37ww Changing Tides
Encyclopedia Britannica pages
27” x 42”, 2018

Encylopedia Britanica pages are the material Wendy Wahl uses to express our  station in  time, recognizable as they are as  a   part  of  a  particular  collective  consciousness. Wahl’s Changing Tides is made of 275  pages of the 1988 Encyclopedia Britannica Annual of World Data, the only book in Wahl’s collection of EB volumes that contained blue paper. The pages were cut into seven sections, for each of the continents, contemplatively scrolled and compressed into 1925  whorls to symbolize the reality of rising water around the globe. These four are just a sampling of the more than 70 works that will be on display in the Blue/Green: color/code/context exhibition and in the companion catalog, which will be available at www.browngrotta.com after April 28th. To visit Blue/Green: color/code/contexthere are the details:  Saturday, April 28th, 1-6 pm: Opening and Artists Reception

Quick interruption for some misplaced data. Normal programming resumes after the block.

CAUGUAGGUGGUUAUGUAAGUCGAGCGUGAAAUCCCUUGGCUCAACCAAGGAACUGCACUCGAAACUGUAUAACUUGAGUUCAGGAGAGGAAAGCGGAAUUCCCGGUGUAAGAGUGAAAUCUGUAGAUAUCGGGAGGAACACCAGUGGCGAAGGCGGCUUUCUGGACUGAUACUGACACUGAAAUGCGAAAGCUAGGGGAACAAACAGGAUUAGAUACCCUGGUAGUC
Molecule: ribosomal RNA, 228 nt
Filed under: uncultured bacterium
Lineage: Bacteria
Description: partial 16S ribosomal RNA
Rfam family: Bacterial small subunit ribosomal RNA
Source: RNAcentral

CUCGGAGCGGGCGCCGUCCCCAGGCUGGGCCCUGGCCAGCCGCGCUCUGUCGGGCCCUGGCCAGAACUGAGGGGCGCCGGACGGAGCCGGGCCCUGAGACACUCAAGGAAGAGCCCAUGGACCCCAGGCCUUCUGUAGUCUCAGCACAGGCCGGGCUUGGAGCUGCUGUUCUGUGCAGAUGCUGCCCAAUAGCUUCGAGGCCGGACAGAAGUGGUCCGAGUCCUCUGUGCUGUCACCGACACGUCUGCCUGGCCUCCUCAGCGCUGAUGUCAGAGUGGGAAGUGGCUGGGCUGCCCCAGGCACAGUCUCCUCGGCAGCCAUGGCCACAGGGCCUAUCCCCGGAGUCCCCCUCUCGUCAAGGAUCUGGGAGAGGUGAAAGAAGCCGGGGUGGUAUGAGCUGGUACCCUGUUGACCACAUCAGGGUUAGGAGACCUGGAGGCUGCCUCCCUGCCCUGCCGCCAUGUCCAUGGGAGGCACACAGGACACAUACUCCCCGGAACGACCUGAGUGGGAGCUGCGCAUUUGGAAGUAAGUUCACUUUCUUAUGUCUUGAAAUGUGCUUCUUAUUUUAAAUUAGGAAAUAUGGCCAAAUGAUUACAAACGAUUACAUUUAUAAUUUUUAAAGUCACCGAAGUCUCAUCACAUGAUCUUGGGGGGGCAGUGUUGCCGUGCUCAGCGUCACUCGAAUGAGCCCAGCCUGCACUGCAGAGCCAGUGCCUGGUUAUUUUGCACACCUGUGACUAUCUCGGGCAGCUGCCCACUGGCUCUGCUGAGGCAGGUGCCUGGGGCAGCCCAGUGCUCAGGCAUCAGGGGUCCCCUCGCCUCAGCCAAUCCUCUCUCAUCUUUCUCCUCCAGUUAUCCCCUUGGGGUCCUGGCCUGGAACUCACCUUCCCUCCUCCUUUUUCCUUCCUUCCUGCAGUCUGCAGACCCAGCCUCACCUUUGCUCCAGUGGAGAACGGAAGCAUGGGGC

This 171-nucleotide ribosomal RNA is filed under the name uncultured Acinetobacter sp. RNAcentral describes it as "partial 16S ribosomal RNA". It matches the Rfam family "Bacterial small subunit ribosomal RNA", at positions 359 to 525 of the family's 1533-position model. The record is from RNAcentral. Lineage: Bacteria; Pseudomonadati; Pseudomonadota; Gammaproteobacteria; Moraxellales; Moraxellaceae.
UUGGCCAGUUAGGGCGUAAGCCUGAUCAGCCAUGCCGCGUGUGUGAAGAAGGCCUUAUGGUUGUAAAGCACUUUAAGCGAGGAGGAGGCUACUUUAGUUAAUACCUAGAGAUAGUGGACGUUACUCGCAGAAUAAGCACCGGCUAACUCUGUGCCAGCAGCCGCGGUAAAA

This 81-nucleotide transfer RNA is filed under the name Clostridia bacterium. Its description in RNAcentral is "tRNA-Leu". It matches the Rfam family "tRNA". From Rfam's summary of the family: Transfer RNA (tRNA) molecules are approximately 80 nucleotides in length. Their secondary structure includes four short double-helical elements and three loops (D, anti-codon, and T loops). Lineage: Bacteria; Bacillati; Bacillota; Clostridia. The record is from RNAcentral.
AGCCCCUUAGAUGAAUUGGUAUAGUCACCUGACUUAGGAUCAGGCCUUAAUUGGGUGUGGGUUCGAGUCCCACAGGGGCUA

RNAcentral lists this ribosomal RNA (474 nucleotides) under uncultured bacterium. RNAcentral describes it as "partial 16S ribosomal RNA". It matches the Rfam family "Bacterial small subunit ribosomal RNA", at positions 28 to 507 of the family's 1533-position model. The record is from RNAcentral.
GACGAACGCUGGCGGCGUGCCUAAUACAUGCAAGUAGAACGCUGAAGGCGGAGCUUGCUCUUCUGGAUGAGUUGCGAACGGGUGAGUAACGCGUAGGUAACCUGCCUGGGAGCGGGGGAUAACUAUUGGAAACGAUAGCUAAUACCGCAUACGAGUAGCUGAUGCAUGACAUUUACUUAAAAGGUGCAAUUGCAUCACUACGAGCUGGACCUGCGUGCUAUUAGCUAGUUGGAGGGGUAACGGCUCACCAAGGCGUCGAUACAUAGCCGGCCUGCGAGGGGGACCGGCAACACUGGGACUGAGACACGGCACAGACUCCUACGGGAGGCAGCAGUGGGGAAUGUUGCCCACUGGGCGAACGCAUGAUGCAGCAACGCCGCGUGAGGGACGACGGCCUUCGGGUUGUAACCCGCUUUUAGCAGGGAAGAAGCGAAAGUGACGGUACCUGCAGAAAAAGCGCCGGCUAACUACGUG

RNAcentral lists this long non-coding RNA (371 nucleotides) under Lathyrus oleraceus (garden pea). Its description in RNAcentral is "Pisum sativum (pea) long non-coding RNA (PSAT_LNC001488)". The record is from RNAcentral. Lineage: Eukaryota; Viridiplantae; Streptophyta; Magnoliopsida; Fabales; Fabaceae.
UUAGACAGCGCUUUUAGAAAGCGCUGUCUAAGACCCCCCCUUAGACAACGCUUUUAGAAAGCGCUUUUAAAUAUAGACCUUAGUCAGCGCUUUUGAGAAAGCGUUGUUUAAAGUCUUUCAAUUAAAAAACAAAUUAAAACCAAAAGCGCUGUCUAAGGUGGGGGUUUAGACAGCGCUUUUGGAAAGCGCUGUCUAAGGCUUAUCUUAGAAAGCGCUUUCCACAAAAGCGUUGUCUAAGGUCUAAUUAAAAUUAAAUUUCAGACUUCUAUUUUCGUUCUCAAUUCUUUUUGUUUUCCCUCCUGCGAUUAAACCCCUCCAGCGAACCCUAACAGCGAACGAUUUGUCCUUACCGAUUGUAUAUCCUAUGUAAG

Sunday April 29th – Sunday May 6th, Viewing Hours 10-5 pm.
For more info: http://www.browngrotta.com/Pages/calendar.php; 203-834-0623.
This year’s exhibition is co-sponsored by Litchfield Distillery.

HandMade: Women Reshaping Contemporary Art

Norma Minkowitz’s Excavation in the foreground, Carolina Yrarrázaval’s tapestries in the background.

Norma Minkowitz’s Excavation in the foreground, Carolina Yrarrázaval’s tapestries in the background.

Last Friday, the Westport Arts Center opened up its new exhibition, Handmade: Women Reshaping Contemporary Art, which includes three artists, Chiyoko TanakaCarolina Yrarrázaval and Norma Minkowitz, represented by browngrotta arts. The exhibition was curated by Elizabeth Gorayeb, the Executive Director of the Wildenstein Plattner Institute, Inc., a New York based non-profit committed to art historical research. Handmade also features work by Ghada Amer, Anna Betbeze, Ligia Bouton, Orly Cogan, Lesley Dill, Terri Friedman, Sermin Kardestuncer, Sophia Narrett, Faith Ringgold, Miriam Schapiro, Judith Scott, Beverly Semmes,  Rosemarie Trockel and Margo Wolowiec, all of whom utilize fiber and textile in their art.

Chiyoko Tanaka’s Sienna A and B at the Westport Art Center.

Chiyoko Tanaka’s Sienna A and B at the Westport Art Center.